So, which Minnesota Fringe Festival do you want to see?
With nearly 170 productions presented over two weeks, Fringe offers options for just about any fan of theater or entertainment. It also offers plenty of opportunities for creators, who bring just as many reasons for participating as there are shows.
For some performers, the Fringe has become a tradition, a part of their regularly scheduled theater season. Others are professionals looking to stretch beyond their normal boundaries. Some are newcomers looking for a breakout hit; others just have an idea, a bunch of friends, and a slot on one of the 18 stages.
"Not everyone does Fringe for the same reasons," explains executive director Robin Gillette. While some are familiar faces with many shows under their belts, the festival also needs to be open to "those who want to explore their personal experiences through a show."
Joseph Scrimshaw is no stranger to the Fringe, having crafted a string of hits at the festival (including last year's The Damn Audition, one of my 10 favorite shows of the year). This year, he brings Brain Fighters, a show all about the power of imagination. That's an important factor for any show at the festival, as time, space, and budget limits put pressure on the creators.
"I enjoy working within boundaries as a creator, because I think some surprising and novel choices come from thinking inside a box," Scrimshaw says.
What are those limits? The artists get a 90-minute slot to set up, perform (limited to 60 minutes of that), and tear down. Lighting cues are limited, and rehearsal time onstage is short.
Still, size isn't everything. "It's easy to slip into thinking all Fringe shows have to be bigger and bigger, but one of the great things about the festival is you can do shows with different goals. If you have an intimate show, an experimental show, it's also great to be able to plan for a smaller venue," Scrimshaw says.
And no matter the size, the limits are still the same. "Since the audience knows there are things we can't do, it's a source of excitement to see how the artists will do it anyway. The Ikea chair is a fixture of Fringe shows. A Fringe audience gets to ask: 'How are they going to suggest Scotland in the year 3066 with Ikea chairs?' Audiences year-round would tend to ask: 'Why are they using Ikea chairs?'" he says.
WHILE THE FRINGE IS STILL GOVERNED BY a random selection of theater companies that apply, adjustments have been made this year. The venues have been split into large, medium, and small, with different admission fees for each. For a popular artist like Scrimshaw or other longtime Fringe regulars, that offers more clues as to where the performances will be (and essentially guaranteed them spots, as there were fewer applicants in the lottery for the large venues than the number of performing slots).
Local performer Tamara Ober put Fringe "out of my mind completely. In fact, I was convinced, in some fit of dyslexia, that I was 114 on the waiting list instead of 44."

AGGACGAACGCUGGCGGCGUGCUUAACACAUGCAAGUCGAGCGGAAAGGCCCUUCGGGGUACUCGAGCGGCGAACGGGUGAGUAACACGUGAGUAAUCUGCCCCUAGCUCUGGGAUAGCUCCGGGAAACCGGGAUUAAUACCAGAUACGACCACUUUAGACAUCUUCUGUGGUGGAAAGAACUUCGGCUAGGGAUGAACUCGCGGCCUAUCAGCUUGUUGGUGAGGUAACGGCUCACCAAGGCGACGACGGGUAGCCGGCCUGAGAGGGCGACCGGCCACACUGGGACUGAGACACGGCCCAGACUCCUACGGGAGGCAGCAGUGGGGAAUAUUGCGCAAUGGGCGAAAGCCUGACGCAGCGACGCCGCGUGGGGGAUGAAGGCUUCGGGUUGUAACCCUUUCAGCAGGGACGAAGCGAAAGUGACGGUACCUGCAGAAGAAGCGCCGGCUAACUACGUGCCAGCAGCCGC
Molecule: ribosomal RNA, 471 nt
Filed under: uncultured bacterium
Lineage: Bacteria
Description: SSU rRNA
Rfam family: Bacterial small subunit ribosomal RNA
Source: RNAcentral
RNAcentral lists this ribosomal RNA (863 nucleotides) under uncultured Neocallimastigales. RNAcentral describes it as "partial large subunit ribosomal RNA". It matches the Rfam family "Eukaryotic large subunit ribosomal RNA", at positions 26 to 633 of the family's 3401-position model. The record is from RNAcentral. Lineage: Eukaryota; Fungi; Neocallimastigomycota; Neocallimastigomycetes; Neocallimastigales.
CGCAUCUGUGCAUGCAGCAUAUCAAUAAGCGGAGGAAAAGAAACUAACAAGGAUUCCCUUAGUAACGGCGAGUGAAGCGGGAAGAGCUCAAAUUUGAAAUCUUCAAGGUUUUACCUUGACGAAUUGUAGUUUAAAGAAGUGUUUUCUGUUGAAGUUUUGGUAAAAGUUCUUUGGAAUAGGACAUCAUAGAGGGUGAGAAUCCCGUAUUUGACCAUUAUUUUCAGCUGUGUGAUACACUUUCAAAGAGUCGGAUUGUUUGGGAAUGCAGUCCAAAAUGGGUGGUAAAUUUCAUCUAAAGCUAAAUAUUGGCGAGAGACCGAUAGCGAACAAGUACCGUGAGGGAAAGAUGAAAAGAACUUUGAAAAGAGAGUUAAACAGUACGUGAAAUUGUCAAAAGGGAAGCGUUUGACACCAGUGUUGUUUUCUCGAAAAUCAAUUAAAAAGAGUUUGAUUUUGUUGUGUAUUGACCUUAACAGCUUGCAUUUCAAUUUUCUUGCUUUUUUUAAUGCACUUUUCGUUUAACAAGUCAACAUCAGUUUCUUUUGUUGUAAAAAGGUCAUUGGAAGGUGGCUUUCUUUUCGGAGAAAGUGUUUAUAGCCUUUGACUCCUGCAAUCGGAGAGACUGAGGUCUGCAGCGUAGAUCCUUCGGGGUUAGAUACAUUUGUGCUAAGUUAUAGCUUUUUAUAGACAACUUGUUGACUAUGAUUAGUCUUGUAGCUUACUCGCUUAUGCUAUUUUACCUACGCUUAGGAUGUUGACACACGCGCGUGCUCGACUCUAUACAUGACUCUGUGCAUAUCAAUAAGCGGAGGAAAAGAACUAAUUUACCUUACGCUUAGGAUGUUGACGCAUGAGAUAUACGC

So Ober was speechless when she got a call offering a spot. "I got the message and had a short drive to think about it before I called them back. My first thought was there was no way I could have my new solo show ready in time for the Fringe, so what in the world could I possibly do to present or perform in such limited time," she says.
Money was also an important consideration for Ober, who was robbed earlier this spring. The venue was one of the large ones—which included an additional fee—and time was severely limited for coming up with a title, description, and the cast. Her eventual approach was to enlist several colleagues to piece together a series of solo dance pieces under the name Flesh.
One of the touring productions, Four Clowns, built a tour around several Fringe appearances this summer. That allows the Los Angeles-based company to bring its show to a wide swath of the country, and to interact with a number of theater companies, says Jeremy Aluma.
"I've heard such positive things about your Fringe. In fact it's the one of the five I was most hoping we got into. I hear your town turns into a theater community and everyone from the city comes out. Already I can feel the momentum 3,000 miles away. The staff and site are very well organized, and it seems like they have got it down in terms of how to produce a festival," Aluma says.
For the organizers, the goal is facilitate the performers—offering the space and technical crew, box office, and marketing support—without interfering with what is being presented onstage.
All these efforts have made the Minnesota Fringe Festival a consistent success and one of the oldest such festivals in the United States. That reputation has made Fringe a popular stop for touring performers.
"Audiences love the chance to see the strangers," Gillette says. "There's an extra cachet to it."
Your Fringe Starter Kit
A preview of the festival's best bets
Not sure where to begin? The Minnesota Fringe Festival offers 168 shows at 18 venues scattered across the Twin Cities. There's no way to predict the unexpected hits that make each festival a delight, but here is a sampling of shows—built on past reputation, pre-festival buzz, or just really cool titles—that offer a jumping-off point.
Angelina Jolie Is a Zionist Whore! or, Plan 9 from Baghdad
Definite "show title of the year" winner for 2011. Three bungling Iraqi insurgents kidnap an American television correspondent, which may have been a big mistake.
Aug. 5, 5:30 p.m.; Aug. 7, 10 p.m. Aug. 8, 8:30 p.m.; Aug. 11, 8:30 p.m. Aug. 13, 4 p.m.
Hitmaker Joseph Scrimshaw (last year's The Damn Audition and many others) returns with the tale of a wizard who takes over the world just by the power of thought. The cast also includes Mo Perry, David Mann, and Randy Reyes.